The Budapest Process in a nutshell
The Budapest Process is an interregional dialogue on migration stretching from Europe to the Silk Routes Region – also covering Europe’s Eastern neighbours, the Western Balkans and Central Asia. The dialogue provides a platform for dialogue and operational cooperation for over 50 governments and 10 international organisations and aims to strengthen regional dialogue and cooperation on migration and mobility. Furthermore, the dialogue partners are committed to promoting safe, orderly and regular migration along the migration routes, as highlighted in the most recent joint political declaration.
During its 30 years of operation, the Budapest Process has built up a far-reaching network among participating states and wide thematic coverage. The dialogue is known and valued in the regions it involves. The Budapest Process also offers a platform for learning and training between peers as well as for facilitating concrete project development and cooperation.
The participating states meet annually or bi-annually for Senior Officials’ Meetings to discuss developments in the region, to determine the main policy directions and to support the Process. States are also invited to participate in Regional Working Groups which gather expert officials from national administrations to examine, discuss and share information and best practices on matters dealing with concrete migration challenges.
The History: from a European cooperation framework to A Silk Routes Partnership for Migration
Over the last 30 years, the Budapest Process has become recognised by participating states both in East and West as well as further stakeholders, as an excellent tool for identifying and addressing evolving migration challenges. Key dates mentioned below give an insight into its growth and flexibility in adapting to the shifting migration picture:
Ministerial conferences are milestones in the development of the Budapest Process. Each declaration has given room to a widened geographical and thematic scope. The year 2013 was pivotal for the Budapest Process. It marked the 20 years’ anniversary of the dialogue . Furthermore, the Ministerial Conference in April led to the adoption of the “Istanbul Ministerial Declaration on a Silk Routes Partnership for Migration” which consolidates the geographical refocus of the Budapest Process under the Turkish Chairmanship to the Silk Routes Region and helped evolve the dialogue towards a partnership among countries of origin, transit and destination.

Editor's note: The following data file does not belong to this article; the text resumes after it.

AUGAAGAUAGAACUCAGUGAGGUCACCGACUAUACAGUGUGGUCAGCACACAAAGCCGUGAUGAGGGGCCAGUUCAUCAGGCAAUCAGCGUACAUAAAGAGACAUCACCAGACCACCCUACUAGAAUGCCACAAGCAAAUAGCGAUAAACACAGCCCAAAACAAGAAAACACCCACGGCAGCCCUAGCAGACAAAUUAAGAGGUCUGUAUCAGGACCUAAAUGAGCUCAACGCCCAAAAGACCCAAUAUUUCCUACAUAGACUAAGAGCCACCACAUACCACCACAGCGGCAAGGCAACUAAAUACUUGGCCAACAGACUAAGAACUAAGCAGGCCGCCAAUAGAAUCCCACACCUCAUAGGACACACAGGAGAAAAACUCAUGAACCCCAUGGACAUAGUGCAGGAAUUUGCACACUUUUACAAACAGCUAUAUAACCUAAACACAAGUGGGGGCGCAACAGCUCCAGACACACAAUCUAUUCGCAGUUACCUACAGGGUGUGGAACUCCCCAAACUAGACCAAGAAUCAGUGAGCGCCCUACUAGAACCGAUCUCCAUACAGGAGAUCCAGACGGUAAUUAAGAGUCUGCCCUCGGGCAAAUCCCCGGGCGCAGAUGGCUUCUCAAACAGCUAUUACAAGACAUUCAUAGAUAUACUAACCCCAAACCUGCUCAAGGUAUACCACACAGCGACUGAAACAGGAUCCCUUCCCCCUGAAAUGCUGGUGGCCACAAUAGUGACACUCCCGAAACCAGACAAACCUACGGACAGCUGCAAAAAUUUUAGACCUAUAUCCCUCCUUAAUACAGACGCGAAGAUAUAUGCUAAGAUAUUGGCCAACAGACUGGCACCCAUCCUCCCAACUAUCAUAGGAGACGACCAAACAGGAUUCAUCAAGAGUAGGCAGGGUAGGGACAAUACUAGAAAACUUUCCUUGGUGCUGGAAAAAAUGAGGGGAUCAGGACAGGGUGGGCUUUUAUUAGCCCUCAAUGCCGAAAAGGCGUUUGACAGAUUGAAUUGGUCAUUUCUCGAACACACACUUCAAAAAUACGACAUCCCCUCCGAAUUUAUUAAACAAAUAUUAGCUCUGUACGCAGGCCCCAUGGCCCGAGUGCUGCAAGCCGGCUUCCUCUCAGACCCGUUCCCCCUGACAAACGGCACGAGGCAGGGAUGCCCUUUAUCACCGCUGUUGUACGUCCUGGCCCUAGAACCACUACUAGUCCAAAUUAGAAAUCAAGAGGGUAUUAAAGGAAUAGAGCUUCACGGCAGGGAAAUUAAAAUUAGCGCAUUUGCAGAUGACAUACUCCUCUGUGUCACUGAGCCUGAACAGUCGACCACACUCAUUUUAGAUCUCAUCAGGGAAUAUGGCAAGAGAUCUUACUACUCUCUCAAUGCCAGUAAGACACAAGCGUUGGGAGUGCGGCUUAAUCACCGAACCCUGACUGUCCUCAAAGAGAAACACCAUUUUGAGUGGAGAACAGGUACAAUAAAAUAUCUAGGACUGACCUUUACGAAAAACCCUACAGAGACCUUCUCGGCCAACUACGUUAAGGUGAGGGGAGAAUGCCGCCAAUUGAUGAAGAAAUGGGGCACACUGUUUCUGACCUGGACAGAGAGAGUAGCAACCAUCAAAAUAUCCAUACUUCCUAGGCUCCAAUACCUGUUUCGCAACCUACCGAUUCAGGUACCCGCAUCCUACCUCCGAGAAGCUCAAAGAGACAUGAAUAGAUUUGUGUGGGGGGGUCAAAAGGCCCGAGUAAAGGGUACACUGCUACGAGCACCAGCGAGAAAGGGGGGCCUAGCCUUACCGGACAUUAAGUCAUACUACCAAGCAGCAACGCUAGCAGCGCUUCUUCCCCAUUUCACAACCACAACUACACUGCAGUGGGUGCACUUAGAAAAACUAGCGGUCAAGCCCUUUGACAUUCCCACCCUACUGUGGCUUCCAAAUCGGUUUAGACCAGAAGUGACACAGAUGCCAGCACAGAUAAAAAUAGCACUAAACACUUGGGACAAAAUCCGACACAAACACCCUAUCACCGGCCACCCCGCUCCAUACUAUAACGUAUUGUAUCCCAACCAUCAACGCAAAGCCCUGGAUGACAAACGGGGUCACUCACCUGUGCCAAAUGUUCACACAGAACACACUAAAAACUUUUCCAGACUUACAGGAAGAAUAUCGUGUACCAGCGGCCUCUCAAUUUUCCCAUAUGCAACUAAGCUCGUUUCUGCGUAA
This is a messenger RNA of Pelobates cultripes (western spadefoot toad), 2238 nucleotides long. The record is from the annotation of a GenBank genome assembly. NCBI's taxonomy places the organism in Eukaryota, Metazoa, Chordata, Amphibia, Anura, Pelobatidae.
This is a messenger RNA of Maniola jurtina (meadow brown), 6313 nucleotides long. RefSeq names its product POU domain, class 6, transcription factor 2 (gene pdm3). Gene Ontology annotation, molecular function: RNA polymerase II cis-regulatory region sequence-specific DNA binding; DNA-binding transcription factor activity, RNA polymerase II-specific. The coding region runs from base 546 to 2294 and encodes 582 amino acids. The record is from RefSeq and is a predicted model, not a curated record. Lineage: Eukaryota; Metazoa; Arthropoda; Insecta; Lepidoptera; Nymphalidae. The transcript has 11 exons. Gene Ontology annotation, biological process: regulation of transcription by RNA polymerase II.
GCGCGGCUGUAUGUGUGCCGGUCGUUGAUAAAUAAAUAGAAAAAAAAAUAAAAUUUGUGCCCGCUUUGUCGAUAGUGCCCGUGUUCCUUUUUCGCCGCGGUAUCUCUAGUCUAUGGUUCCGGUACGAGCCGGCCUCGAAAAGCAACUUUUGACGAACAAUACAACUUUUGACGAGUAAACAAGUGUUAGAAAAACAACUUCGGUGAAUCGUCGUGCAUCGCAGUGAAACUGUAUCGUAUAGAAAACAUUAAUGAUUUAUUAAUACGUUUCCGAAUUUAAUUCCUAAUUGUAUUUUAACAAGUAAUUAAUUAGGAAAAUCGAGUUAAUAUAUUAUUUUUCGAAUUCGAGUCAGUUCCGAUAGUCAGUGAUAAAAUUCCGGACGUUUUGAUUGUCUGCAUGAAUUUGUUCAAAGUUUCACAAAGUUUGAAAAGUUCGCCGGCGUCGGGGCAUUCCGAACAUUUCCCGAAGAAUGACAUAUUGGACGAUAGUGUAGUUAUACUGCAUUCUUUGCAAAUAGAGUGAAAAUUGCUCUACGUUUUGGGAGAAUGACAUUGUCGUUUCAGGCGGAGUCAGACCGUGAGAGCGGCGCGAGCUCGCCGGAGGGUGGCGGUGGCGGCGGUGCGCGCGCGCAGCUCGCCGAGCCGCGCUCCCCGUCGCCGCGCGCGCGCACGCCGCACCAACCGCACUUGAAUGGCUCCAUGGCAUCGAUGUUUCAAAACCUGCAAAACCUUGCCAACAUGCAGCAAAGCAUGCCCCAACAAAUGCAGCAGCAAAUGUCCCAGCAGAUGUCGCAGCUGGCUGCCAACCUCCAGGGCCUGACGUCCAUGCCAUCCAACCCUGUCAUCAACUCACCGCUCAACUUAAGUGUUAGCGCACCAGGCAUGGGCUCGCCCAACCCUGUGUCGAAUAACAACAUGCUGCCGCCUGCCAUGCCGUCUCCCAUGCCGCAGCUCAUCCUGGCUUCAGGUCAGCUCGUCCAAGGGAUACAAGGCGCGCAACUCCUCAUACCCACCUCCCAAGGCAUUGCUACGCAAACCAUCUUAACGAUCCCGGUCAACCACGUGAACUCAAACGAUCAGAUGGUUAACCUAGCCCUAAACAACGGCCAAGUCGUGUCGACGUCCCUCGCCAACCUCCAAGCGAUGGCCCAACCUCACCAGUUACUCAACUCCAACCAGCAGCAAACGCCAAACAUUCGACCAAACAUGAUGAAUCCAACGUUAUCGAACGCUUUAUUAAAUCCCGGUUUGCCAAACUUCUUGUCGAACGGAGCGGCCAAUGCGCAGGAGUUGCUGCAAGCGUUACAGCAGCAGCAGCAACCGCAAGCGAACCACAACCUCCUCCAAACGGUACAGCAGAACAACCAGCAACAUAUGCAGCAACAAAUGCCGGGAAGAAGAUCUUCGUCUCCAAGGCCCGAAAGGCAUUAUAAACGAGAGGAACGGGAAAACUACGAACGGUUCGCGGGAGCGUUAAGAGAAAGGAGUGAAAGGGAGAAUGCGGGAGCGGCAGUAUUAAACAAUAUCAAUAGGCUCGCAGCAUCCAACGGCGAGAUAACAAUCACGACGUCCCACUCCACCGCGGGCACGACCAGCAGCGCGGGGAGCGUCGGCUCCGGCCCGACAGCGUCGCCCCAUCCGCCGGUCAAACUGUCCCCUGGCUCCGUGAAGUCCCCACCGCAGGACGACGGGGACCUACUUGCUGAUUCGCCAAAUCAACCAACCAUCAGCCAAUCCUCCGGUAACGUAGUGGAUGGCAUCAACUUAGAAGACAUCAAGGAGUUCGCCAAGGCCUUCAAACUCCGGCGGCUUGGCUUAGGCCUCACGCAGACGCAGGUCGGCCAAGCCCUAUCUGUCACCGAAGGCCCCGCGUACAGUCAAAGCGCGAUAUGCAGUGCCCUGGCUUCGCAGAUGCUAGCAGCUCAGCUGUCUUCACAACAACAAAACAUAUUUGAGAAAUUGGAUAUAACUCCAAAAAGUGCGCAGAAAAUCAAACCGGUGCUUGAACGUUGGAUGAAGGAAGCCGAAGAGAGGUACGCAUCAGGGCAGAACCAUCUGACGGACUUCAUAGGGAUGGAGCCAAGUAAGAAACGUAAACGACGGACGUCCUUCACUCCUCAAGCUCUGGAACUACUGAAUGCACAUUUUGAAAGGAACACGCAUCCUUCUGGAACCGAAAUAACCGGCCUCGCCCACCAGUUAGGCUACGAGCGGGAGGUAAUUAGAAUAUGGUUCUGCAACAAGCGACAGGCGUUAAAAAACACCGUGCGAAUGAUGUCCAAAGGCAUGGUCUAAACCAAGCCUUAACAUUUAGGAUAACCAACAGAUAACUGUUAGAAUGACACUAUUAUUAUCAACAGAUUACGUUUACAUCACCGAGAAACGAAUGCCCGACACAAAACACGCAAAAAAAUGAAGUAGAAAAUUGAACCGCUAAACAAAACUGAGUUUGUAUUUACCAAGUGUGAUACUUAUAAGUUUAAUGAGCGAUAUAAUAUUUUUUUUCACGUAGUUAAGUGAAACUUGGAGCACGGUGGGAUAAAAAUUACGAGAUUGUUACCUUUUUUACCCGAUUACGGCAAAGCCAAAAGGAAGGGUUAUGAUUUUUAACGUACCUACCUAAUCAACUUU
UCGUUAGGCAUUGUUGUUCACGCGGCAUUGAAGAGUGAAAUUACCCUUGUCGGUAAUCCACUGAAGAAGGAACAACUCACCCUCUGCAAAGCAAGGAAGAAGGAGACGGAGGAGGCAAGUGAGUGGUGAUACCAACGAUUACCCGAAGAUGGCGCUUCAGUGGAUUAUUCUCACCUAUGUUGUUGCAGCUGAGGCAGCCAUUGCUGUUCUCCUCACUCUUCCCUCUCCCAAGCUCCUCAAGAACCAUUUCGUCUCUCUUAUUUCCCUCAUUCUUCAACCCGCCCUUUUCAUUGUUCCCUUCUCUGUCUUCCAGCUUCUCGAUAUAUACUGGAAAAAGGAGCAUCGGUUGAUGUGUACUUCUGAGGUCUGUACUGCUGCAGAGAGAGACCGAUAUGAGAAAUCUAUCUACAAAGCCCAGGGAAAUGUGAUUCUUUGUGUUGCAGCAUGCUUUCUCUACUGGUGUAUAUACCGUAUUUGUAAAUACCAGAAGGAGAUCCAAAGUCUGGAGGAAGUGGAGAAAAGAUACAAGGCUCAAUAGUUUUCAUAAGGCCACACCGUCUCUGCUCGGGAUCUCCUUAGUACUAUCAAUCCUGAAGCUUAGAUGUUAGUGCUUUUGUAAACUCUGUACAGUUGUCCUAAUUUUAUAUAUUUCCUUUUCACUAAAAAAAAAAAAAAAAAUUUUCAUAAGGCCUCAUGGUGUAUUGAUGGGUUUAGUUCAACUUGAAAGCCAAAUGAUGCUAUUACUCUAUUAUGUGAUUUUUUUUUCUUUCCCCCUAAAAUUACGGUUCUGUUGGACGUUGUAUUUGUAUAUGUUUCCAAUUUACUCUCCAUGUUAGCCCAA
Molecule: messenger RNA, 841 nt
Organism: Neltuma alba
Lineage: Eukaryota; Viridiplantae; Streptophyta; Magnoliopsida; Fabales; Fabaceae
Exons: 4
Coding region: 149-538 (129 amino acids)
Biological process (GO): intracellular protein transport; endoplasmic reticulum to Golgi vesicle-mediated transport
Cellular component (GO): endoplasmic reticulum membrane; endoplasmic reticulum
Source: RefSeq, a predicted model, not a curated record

In February 2019, Ministers gathered in Istanbul to adopt the “Istanbul Commitments on the Silk Routes Partnership for Migration and its Call for Action – a five year plan”. This political declaration and action plan build upon the achievements of the 2013 Istanbul Ministerial Declaration on a Silk Routes Partnership for Migration while taking into account the migration developments of the past years. It introduces five commitments to be upheld in migration management – to partnership, to comprehensive migration management, to human rights, to support and solidarity and to knowledge. The Budapest Process will now focus on the implementation of the five-year action plan.
Operationalisation of the dialogue
The Budapest Process has come to master the balance and interplay between political dialogue and operational action, with concrete projects flanking the dialogue and creating tangible outcomes of the political objectives established. This interplay between political dialogue and concrete activities, where both components are equally necessary, has been used continuously and has also been visible to the donor community – including both bilateral donors and the European Commission, which have supported project and dialogue activities.
The projects in the Silk Routes Region serve to improve the capacities of administrations to better manage all aspects related to the movement of people, including awareness of how migration could be more beneficial for the development of each country. The success of the operational activities in projects depends on trust and political commitments. This makes the political dialogue indispensable. The political dialogue ensures that actions are anchored and facilitates trust building and common understanding between officials from different countries. The results of dialogue manifests in wide-ranging networks, the development of a common language on migration issues and trust to efficiently cooperate on these matters.